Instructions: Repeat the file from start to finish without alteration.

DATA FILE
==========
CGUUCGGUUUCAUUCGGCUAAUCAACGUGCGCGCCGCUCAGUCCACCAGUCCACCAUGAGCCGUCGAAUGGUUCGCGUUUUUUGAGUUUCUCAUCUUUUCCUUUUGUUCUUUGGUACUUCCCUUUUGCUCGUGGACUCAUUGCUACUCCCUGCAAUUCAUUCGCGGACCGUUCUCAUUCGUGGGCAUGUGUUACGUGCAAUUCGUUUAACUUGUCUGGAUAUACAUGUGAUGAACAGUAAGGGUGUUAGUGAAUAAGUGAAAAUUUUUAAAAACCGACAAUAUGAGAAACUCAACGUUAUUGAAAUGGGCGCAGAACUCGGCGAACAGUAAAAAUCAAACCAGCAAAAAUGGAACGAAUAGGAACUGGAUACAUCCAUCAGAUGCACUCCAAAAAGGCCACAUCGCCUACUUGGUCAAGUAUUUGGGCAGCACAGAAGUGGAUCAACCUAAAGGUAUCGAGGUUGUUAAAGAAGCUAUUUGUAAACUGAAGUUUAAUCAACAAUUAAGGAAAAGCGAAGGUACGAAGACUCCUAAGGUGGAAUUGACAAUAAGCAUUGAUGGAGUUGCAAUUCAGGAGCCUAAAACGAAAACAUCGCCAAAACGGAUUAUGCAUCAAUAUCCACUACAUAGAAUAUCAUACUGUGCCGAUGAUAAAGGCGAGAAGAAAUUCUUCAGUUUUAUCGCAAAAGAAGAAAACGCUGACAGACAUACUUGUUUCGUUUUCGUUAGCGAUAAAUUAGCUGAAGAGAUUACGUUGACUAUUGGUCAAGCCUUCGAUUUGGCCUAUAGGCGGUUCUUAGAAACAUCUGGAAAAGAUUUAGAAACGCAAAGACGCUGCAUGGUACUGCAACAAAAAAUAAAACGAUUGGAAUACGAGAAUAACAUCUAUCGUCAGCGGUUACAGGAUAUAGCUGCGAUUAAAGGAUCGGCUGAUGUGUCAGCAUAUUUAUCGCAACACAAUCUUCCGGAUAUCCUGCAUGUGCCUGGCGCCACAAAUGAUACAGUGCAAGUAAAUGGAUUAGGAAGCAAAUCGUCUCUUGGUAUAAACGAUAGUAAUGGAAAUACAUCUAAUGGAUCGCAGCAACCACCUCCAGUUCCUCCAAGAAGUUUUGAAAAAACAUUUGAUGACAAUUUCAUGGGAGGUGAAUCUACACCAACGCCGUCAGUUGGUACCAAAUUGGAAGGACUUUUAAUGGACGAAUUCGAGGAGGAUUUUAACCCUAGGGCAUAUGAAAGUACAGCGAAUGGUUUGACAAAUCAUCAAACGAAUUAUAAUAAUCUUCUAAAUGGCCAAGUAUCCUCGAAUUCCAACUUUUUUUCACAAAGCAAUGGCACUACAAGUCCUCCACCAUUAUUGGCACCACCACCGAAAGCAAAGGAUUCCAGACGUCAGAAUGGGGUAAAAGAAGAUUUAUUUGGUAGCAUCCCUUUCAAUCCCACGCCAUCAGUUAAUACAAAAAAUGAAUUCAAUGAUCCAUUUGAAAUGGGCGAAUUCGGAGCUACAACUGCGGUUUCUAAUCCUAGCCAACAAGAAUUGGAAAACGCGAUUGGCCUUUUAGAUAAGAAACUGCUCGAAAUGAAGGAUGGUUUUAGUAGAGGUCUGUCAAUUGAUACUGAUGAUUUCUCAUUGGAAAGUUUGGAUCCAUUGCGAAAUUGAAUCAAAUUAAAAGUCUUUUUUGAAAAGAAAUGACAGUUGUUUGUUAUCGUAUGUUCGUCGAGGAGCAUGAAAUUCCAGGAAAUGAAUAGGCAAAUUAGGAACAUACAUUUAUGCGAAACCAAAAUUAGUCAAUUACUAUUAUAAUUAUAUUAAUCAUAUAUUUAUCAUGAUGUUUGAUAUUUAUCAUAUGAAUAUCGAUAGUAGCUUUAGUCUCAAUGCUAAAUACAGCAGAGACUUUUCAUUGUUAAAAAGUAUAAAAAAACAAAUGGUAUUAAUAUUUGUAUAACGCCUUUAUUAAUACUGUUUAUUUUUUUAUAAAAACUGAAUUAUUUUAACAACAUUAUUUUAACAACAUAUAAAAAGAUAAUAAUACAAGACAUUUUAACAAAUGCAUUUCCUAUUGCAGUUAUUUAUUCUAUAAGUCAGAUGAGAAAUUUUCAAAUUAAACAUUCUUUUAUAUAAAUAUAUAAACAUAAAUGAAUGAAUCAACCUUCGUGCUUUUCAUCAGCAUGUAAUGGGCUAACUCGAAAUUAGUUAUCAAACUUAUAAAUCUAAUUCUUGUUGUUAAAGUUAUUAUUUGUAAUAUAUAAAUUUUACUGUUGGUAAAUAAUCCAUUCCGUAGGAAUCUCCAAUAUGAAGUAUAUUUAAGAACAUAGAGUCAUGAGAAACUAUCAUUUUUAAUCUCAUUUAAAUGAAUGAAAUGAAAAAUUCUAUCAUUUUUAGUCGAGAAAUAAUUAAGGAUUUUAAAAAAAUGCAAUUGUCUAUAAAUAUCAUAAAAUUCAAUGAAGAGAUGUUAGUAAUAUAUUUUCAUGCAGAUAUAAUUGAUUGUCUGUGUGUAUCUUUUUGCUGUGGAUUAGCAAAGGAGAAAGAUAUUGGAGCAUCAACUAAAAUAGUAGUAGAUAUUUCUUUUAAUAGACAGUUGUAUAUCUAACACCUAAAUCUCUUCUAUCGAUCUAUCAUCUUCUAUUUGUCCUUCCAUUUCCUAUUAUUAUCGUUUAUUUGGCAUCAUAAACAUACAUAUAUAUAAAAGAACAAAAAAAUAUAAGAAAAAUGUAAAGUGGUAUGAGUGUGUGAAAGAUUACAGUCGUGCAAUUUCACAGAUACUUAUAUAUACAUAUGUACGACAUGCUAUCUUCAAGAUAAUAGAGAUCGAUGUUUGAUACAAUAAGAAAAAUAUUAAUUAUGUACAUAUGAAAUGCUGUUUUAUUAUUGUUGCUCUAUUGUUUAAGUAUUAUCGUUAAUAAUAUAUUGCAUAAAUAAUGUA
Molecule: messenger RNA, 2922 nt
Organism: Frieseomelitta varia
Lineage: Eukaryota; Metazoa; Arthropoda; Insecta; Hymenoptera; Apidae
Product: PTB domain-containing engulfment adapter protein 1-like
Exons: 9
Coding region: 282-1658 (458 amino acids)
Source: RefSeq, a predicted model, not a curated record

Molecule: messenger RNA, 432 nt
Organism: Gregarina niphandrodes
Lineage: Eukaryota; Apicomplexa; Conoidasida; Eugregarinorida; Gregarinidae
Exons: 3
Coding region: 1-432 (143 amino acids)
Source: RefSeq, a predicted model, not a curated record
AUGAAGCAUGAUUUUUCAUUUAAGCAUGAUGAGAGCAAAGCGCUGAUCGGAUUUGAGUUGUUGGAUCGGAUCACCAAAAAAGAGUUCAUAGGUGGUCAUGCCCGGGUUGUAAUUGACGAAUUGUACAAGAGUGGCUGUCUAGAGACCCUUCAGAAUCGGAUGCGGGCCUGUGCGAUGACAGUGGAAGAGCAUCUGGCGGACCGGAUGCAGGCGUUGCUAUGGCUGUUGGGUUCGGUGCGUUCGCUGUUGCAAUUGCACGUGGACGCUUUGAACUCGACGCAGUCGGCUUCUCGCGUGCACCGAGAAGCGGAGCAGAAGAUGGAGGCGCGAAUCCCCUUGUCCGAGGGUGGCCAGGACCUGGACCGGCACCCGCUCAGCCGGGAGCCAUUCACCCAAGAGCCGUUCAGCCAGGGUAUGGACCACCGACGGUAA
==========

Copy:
CGUUCGGUUUCAUUCGGCUAAUCAACGUGCGCGCCGCUCAGUCCACCAGUCCACCAUGAGCCGUCGAAUGGUUCGCGUUUUUUGAGUUUCUCAUCUUUUCCUUUUGUUCUUUGGUACUUCCCUUUUGCUCGUGGACUCAUUGCUACUCCCUGCAAUUCAUUCGCGGACCGUUCUCAUUCGUGGGCAUGUGUUACGUGCAAUUCGUUUAACUUGUCUGGAUAUACAUGUGAUGAACAGUAAGGGUGUUAGUGAAUAAGUGAAAAUUUUUAAAAACCGACAAUAUGAGAAACUCAACGUUAUUGAAAUGGGCGCAGAACUCGGCGAACAGUAAAAAUCAAACCAGCAAAAAUGGAACGAAUAGGAACUGGAUACAUCCAUCAGAUGCACUCCAAAAAGGCCACAUCGCCUACUUGGUCAAGUAUUUGGGCAGCACAGAAGUGGAUCAACCUAAAGGUAUCGAGGUUGUUAAAGAAGCUAUUUGUAAACUGAAGUUUAAUCAACAAUUAAGGAAAAGCGAAGGUACGAAGACUCCUAAGGUGGAAUUGACAAUAAGCAUUGAUGGAGUUGCAAUUCAGGAGCCUAAAACGAAAACAUCGCCAAAACGGAUUAUGCAUCAAUAUCCACUACAUAGAAUAUCAUACUGUGCCGAUGAUAAAGGCGAGAAGAAAUUCUUCAGUUUUAUCGCAAAAGAAGAAAACGCUGACAGACAUACUUGUUUCGUUUUCGUUAGCGAUAAAUUAGCUGAAGAGAUUACGUUGACUAUUGGUCAAGCCUUCGAUUUGGCCUAUAGGCGGUUCUUAGAAACAUCUGGAAAAGAUUUAGAAACGCAAAGACGCUGCAUGGUACUGCAACAAAAAAUAAAACGAUUGGAAUACGAGAAUAACAUCUAUCGUCAGCGGUUACAGGAUAUAGCUGCGAUUAAAGGAUCGGCUGAUGUGUCAGCAUAUUUAUCGCAACACAAUCUUCCGGAUAUCCUGCAUGUGCCUGGCGCCACAAAUGAUACAGUGCAAGUAAAUGGAUUAGGAAGCAAAUCGUCUCUUGGUAUAAACGAUAGUAAUGGAAAUACAUCUAAUGGAUCGCAGCAACCACCUCCAGUUCCUCCAAGAAGUUUUGAAAAAACAUUUGAUGACAAUUUCAUGGGAGGUGAAUCUACACCAACGCCGUCAGUUGGUACCAAAUUGGAAGGACUUUUAAUGGACGAAUUCGAGGAGGAUUUUAACCCUAGGGCAUAUGAAAGUACAGCGAAUGGUUUGACAAAUCAUCAAACGAAUUAUAAUAAUCUUCUAAAUGGCCAAGUAUCCUCGAAUUCCAACUUUUUUUCACAAAGCAAUGGCACUACAAGUCCUCCACCAUUAUUGGCACCACCACCGAAAGCAAAGGAUUCCAGACGUCAGAAUGGGGUAAAAGAAGAUUUAUUUGGUAGCAUCCCUUUCAAUCCCACGCCAUCAGUUAAUACAAAAAAUGAAUUCAAUGAUCCAUUUGAAAUGGGCGAAUUCGGAGCUACAACUGCGGUUUCUAAUCCUAGCCAACAAGAAUUGGAAAACGCGAUUGGCCUUUUAGAUAAGAAACUGCUCGAAAUGAAGGAUGGUUUUAGUAGAGGUCUGUCAAUUGAUACUGAUGAUUUCUCAUUGGAAAGUUUGGAUCCAUUGCGAAAUUGAAUCAAAUUAAAAGUCUUUUUUGAAAAGAAAUGACAGUUGUUUGUUAUCGUAUGUUCGUCGAGGAGCAUGAAAUUCCAGGAAAUGAAUAGGCAAAUUAGGAACAUACAUUUAUGCGAAACCAAAAUUAGUCAAUUACUAUUAUAAUUAUAUUAAUCAUAUAUUUAUCAUGAUGUUUGAUAUUUAUCAUAUGAAUAUCGAUAGUAGCUUUAGUCUCAAUGCUAAAUACAGCAGAGACUUUUCAUUGUUAAAAAGUAUAAAAAAACAAAUGGUAUUAAUAUUUGUAUAACGCCUUUAUUAAUACUGUUUAUUUUUUUAUAAAAACUGAAUUAUUUUAACAACAUUAUUUUAACAACAUAUAAAAAGAUAAUAAUACAAGACAUUUUAACAAAUGCAUUUCCUAUUGCAGUUAUUUAUUCUAUAAGUCAGAUGAGAAAUUUUCAAAUUAAACAUUCUUUUAUAUAAAUAUAUAAACAUAAAUGAAUGAAUCAACCUUCGUGCUUUUCAUCAGCAUGUAAUGGGCUAACUCGAAAUUAGUUAUCAAACUUAUAAAUCUAAUUCUUGUUGUUAAAGUUAUUAUUUGUAAUAUAUAAAUUUUACUGUUGGUAAAUAAUCCAUUCCGUAGGAAUCUCCAAUAUGAAGUAUAUUUAAGAACAUAGAGUCAUGAGAAACUAUCAUUUUUAAUCUCAUUUAAAUGAAUGAAAUGAAAAAUUCUAUCAUUUUUAGUCGAGAAAUAAUUAAGGAUUUUAAAAAAAUGCAAUUGUCUAUAAAUAUCAUAAAAUUCAAUGAAGAGAUGUUAGUAAUAUAUUUUCAUGCAGAUAUAAUUGAUUGUCUGUGUGUAUCUUUUUGCUGUGGAUUAGCAAAGGAGAAAGAUAUUGGAGCAUCAACUAAAAUAGUAGUAGAUAUUUCUUUUAAUAGACAGUUGUAUAUCUAACACCUAAAUCUCUUCUAUCGAUCUAUCAUCUUCUAUUUGUCCUUCCAUUUCCUAUUAUUAUCGUUUAUUUGGCAUCAUAAACAUACAUAUAUAUAAAAGAACAAAAAAAUAUAAGAAAAAUGUAAAGUGGUAUGAGUGUGUGAAAGAUUACAGUCGUGCAAUUUCACAGAUACUUAUAUAUACAUAUGUACGACAUGCUAUCUUCAAGAUAAUAGAGAUCGAUGUUUGAUACAAUAAGAAAAAUAUUAAUUAUGUACAUAUGAAAUGCUGUUUUAUUAUUGUUGCUCUAUUGUUUAAGUAUUAUCGUUAAUAAUAUAUUGCAUAAAUAAUGUA
Molecule: messenger RNA, 2922 nt
Organism: Frieseomelitta varia
Lineage: Eukaryota; Metazoa; Arthropoda; Insecta; Hymenoptera; Apidae
Product: PTB domain-containing engulfment adapter protein 1-like
Exons: 9
Coding region: 282-1658 (458 amino acids)
Source: RefSeq, a predicted model, not a curated record

Molecule: messenger RNA, 432 nt
Organism: Gregarina niphandrodes
Lineage: Eukaryota; Apicomplexa; Conoidasida; Eugregarinorida; Gregarinidae
Exons: 3
Coding region: 1-432 (143 amino acids)
Source: RefSeq, a predicted model, not a curated record
AUGAAGCAUGAUUUUUCAUUUAAGCAUGAUGAGAGCAAAGCGCUGAUCGGAUUUGAGUUGUUGGAUCGGAUCACCAAAAAAGAGUUCAUAGGUGGUCAUGCCCGGGUUGUAAUUGACGAAUUGUACAAGAGUGGCUGUCUAGAGACCCUUCAGAAUCGGAUGCGGGCCUGUGCGAUGACAGUGGAAGAGCAUCUGGCGGACCGGAUGCAGGCGUUGCUAUGGCUGUUGGGUUCGGUGCGUUCGCUGUUGCAAUUGCACGUGGACGCUUUGAACUCGACGCAGUCGGCUUCUCGCGUGCACCGAGAAGCGGAGCAGAAGAUGGAGGCGCGAAUCCCCUUGUCCGAGGGUGGCCAGGACCUGGACCGGCACCCGCUCAGCCGGGAGCCAUUCACCCAAGAGCCGUUCAGCCAGGGUAUGGACCACCGACGGUAA